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7 Things You Should Know About Creative Commons

7 Things You Should Know About Creative Commons

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Published by Mourad Diouri

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Published by: Mourad Diouri on Apr 19, 2011
Copyright:Attribution Non-commercial


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things you should know about...
In the all, Dr. Craword will be teaching a new course on19th- and 20th-century U.S. municipal politics, coveringwell-known stories o corruption and grat but also citieswhose citizens beneted rom the eorts o their lead-ers. In putting together the coursepack or the class,Craword starts with her own bookshel, pulling letters,newspaper articles, contracts, and other documents.She then turns to the Web, which provides numerousartiacts and historical analyses related to the evolutiono municipal politics.Because the coursepacks will be printed and sold tostudents in the class, Craword knows she needspermission to include copyrighted materials. Manyo the older documents she wants to use are alreadyin the public domain, their copyright protections hav-ing expired decades ago. One article about RichardJ. Daley was written by a colleague Craword knowsrom proessional activities, and she is able to obtain hispermission without much trouble. For other materials,Craword spends several weeks contacting numerouspublishers and authors, some o whom agree to let theircontent appear in the coursepack. By contrast, o theworks she locates online many are covered by CreativeCommons licenses, each one clearly indicating whatuses are allowed. Without having to contact copyrightowners, Craword knows which works she can includein the coursepack and, moreover, which ones she canencourage her students to use in their own work. Politi-cal cartoons, in particular, provide sharp insights intopublic sentiments about local politics. Craword ndsdozens o such cartoons covered by a Creative Com-mons license that allows modications, and one projectshe assigns to the students is to pick a cartoon roman earlier era and update it to refect a current situa-tion. Craword shares the coursepack with other aculty,some o whom decide to use the Creative Commonscontent in their own classes. She also creates a Website where she posts her students’ cartoons—with theirown Creative Commons licenses—inviting others to useand share them.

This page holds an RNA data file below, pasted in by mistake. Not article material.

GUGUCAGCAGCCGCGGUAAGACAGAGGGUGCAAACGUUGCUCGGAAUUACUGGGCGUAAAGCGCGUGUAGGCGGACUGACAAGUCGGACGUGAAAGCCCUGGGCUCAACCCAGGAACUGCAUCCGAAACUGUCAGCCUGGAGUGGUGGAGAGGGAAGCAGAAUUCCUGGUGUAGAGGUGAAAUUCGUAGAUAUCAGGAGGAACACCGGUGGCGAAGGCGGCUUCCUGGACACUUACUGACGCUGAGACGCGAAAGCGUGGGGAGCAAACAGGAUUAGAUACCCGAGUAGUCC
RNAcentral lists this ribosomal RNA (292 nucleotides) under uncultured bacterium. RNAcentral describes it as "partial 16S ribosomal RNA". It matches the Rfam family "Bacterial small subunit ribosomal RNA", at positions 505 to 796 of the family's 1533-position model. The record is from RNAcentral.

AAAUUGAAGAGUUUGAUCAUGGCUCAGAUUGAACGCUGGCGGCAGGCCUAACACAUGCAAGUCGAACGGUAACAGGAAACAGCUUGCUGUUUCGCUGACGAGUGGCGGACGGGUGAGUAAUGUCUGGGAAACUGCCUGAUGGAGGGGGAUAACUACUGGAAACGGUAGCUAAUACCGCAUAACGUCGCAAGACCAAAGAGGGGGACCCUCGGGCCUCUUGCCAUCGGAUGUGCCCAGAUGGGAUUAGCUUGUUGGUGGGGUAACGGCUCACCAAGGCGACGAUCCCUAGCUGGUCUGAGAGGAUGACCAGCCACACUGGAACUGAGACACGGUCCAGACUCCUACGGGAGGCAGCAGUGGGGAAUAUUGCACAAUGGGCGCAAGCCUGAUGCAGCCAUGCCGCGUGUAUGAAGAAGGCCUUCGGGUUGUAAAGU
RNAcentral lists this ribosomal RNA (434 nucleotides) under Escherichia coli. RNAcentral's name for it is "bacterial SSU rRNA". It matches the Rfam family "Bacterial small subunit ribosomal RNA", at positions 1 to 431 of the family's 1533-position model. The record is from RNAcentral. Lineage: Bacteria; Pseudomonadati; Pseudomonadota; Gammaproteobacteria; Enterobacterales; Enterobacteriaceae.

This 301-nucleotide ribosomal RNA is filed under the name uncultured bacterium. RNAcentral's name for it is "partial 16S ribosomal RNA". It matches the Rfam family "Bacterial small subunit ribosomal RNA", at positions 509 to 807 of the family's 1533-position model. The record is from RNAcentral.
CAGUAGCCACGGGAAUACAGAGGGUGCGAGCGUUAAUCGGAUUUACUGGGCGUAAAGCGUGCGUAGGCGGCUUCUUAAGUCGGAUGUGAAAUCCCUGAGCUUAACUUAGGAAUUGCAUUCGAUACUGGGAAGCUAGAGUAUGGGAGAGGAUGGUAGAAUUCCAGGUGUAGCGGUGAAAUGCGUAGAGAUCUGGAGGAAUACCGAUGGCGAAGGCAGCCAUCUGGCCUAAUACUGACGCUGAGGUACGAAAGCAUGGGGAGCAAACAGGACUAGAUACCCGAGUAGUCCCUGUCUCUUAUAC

What is it?
Creative Commons is an alternative to traditional copyright, devel-oped by a nonprot organization o the same name. By deault,most original works are protected by copyright, which conersspecic rights regarding use and distribution. Creative Commonsallows copyright owners to release some o those rights whileretaining others, with the goal o increasing access to and sharingo intellectual property.Copyright has historically been an all-or-nothing proposition: awork is either in the public domain, or its owner asserts “all rightsreserved.” The term o copyright protection or most works hasstretched considerably, rom 14 years (in 1790, when copyrightlaw was rst enacted in the United States) to 70 years past thedeath o the work’s creator. Seeing the need or options besides“public domain” and “all rights reserved,” the creators o CreativeCommons sought to establish a middle ground o “some rightsreserved” that respects intellectual property while expanding theacceptable uses o protected material. All licenses require attribu-tion, and the least restrictive only requires attribution. Other licens-es include “No Derivatives,” “NonCommercial-NoDerivatives,” and“Share Alike,” which requires derivatives to have the same licenseas the original. Using Creative Commons, a photographer, orexample, might choose to allow anyone to reproduce her photosor make derivative works rom them, as long as it is done or non-commercial purposes.
 Who’s doing it?
Higher education is rooted in the belie that the ree exchange o knowledge is undamental to the common good, and aculty andresearchers in large numbers have begun using Creative Com-mons licenses to acilitate a climate o openness and sharing.Granting explicit permission or certain uses o one’s scholarlymaterial expands opportunities or collaborative work and increas-es the proessional stature o individuals whose creative output isused in other academic eorts. Two high-prole repositories o learning materials attach Creative Commons licenses to their con-tent: MIT’s OpenCourseWare and Connexions, a project startedat Rice University. OpenCourseWare was launched to providepublic, online access to the curricular materials rom virtually all o MIT’s undergraduate and graduate courses. All the content on thesite is oered under the Attribution-NonCommercial-ShareAlike2.5 license, which allows users to copy and distribute the work andto make derivative works, as long as such uses include attribution,

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